Wicked casts its spell

Defying the critics, and gravity, ‘Wicked’ is an epic, enjoyable evening

Wicked: ‘The whole confection is absolutely irresistible’

Wicked: ‘The whole confection is absolutely irresistible’



Bord Gais Energy Theatre, Dublin


When Stephen Schwartz’s musical Wicked opened on Broadway in 2003, the critics were - to say the least - sniffy. Audiences, however, took to it at once; and 10 years on, it has just overtaken Miss Saigon as the 11th longest-running Broadway show of all time.

It’s easy to see why. Towering over the stage here is an enormous black dragon which flexes its wings and flames its eyes when the action hots up. And from the opening chorus, the whirl of light and colour that is Wicked grabs you in its beak and doesn’t let go.

At the centre of the whirlwind is the back story of the witches from Oz. But which witch is the wickedest? That’s the question. Glinda, played by Emily Tierney, is blonde and beautiful. Elphaba, played by Nikki Davis-Jones, is - um - green. They meet as room-mates at boarding-school. They hate each other. They become friends. They fall out over a boy. They fall in again. It’s not difficult to follow.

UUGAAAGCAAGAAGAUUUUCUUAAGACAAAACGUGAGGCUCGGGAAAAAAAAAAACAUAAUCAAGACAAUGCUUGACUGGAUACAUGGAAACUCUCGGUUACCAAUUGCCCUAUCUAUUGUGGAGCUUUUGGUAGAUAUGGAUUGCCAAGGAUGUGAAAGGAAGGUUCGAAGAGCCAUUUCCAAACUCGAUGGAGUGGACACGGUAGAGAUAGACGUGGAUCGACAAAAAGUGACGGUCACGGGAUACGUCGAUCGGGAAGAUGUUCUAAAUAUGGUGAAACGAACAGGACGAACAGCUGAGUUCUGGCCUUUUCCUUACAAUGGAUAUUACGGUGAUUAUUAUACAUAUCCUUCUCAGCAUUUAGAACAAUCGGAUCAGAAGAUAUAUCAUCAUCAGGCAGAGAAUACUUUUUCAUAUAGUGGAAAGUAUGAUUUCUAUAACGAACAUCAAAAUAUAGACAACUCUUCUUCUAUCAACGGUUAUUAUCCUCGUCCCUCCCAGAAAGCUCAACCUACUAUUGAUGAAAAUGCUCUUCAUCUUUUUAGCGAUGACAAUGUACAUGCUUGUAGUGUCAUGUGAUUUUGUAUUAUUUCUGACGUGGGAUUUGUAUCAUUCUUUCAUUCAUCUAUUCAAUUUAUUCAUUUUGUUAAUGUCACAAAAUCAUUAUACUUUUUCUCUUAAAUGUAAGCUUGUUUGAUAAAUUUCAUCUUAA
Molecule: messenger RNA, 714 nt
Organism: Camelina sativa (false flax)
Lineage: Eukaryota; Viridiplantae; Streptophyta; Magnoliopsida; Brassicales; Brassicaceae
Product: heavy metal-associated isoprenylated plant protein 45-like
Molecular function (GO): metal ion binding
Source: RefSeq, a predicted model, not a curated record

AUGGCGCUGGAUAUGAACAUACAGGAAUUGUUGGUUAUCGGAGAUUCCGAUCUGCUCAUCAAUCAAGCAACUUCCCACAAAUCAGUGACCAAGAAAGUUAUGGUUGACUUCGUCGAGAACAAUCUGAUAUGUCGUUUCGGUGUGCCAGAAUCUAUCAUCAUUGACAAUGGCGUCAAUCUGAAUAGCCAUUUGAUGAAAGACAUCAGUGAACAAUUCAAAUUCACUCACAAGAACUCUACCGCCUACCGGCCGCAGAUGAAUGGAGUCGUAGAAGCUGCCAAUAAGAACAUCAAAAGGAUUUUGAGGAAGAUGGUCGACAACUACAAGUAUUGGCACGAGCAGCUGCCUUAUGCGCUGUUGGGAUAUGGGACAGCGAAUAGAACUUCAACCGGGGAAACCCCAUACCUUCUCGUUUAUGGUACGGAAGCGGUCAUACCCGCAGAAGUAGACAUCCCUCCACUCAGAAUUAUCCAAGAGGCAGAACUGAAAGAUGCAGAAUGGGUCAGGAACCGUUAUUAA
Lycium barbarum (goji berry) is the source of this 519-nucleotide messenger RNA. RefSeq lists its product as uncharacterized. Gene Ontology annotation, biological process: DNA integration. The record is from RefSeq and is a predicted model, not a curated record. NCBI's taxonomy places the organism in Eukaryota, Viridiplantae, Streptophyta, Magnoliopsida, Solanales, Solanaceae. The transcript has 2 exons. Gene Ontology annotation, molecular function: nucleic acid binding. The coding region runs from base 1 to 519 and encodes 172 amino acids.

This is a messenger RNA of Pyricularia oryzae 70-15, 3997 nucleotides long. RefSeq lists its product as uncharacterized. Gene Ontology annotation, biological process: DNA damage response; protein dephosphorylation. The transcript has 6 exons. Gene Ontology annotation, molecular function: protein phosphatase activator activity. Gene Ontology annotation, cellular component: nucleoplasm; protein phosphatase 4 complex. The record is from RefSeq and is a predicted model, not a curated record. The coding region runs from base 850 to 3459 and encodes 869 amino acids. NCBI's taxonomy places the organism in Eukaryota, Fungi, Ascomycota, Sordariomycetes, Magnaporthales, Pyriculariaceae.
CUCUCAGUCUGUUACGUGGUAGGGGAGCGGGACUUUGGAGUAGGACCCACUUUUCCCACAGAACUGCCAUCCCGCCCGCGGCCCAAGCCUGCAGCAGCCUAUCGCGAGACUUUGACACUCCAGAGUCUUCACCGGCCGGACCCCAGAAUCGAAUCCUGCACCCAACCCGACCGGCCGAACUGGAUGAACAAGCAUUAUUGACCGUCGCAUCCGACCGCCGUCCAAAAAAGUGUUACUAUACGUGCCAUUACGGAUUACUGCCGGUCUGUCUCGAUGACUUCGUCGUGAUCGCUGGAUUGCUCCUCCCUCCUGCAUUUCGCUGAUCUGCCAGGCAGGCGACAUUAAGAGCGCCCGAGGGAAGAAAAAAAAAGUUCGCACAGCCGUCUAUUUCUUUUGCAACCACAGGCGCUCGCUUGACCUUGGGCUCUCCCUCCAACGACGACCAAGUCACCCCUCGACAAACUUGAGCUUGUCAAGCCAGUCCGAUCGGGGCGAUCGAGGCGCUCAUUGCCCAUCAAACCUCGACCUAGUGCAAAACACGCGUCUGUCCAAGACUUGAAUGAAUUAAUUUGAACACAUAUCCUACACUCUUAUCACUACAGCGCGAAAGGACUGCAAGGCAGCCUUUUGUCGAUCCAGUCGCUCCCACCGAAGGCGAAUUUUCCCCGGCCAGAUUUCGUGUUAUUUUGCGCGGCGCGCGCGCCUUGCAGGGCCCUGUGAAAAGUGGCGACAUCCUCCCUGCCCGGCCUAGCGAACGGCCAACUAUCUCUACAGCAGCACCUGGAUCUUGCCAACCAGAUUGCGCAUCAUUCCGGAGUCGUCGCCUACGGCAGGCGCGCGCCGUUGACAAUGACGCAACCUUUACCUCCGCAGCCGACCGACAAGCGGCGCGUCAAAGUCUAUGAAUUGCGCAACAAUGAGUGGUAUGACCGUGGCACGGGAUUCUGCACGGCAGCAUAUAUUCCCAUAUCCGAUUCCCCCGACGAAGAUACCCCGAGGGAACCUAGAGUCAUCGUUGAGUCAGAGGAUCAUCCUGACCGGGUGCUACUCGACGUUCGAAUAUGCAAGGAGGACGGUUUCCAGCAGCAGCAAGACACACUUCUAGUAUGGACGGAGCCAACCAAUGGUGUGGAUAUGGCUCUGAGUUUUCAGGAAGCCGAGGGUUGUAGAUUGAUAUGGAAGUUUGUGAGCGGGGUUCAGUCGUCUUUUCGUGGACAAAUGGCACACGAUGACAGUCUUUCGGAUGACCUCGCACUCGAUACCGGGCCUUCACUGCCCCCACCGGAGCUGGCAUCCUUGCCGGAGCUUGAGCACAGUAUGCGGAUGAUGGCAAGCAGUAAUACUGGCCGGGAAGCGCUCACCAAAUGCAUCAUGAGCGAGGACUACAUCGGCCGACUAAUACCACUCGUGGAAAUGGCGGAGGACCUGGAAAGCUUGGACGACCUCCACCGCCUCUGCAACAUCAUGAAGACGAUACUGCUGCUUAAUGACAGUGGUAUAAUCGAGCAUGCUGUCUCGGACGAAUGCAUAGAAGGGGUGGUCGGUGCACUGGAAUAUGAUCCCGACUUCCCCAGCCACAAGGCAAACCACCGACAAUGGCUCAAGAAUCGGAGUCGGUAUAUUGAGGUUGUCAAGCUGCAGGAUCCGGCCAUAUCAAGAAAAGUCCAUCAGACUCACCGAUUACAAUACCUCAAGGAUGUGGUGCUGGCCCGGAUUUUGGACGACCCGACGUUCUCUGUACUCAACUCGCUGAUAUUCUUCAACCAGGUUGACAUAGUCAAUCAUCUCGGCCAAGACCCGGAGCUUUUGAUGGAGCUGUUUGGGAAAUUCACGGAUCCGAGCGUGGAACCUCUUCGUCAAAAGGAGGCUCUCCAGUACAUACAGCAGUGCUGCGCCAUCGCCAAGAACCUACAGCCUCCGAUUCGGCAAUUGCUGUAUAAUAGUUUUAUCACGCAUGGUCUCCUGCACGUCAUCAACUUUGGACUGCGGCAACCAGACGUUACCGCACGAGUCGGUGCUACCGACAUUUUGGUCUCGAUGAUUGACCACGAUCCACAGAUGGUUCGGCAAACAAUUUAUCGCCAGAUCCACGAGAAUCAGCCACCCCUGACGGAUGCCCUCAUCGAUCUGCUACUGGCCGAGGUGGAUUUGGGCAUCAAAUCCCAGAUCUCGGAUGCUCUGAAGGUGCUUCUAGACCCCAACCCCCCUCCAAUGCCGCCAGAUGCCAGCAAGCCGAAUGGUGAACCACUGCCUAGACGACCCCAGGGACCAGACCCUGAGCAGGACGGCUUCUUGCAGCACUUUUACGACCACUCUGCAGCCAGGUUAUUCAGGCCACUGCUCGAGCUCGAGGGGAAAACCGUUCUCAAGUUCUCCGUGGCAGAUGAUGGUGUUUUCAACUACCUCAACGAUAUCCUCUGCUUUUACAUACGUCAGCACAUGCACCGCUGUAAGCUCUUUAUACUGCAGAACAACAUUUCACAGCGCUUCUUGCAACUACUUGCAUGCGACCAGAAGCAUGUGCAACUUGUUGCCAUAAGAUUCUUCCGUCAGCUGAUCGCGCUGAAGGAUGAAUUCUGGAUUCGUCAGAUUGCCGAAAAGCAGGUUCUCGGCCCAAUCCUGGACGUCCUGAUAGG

But it is great fun. Tierney and Davis-Jones are aided and abetted by the marvellous Marilyn Cutts - a founder-member of Fascinating Aida - as dastardly headmistress Madame Morrible. The whole confection is absolutely irresistible, thanks not just to the superb special effects but to the attention lavished on every detail: creepy dancing monkeys, outrageously-costumed chorus, and sequences of silky set changes. And that fabulous dragon. What’s not to like?

Well, you could get picky, and point out that the score is a game of two halves, and almost peters out altogether towards the end of the second act. The male characters are beyond drippy. And what is that silly “the-animals-can’t-talk-anymore” subplot all about?

But when underdog Elphaba sweeps up her broom and soars into the sky for the show’s big number, Defying Gravity, you can’t help soaring with her. Part panto, part sitcom, part musical, part sheer extravaganza, Wicked may or may not become a musical theatre classic. In the meantime, it makes for a hugely enjoyable evening.

Until January 18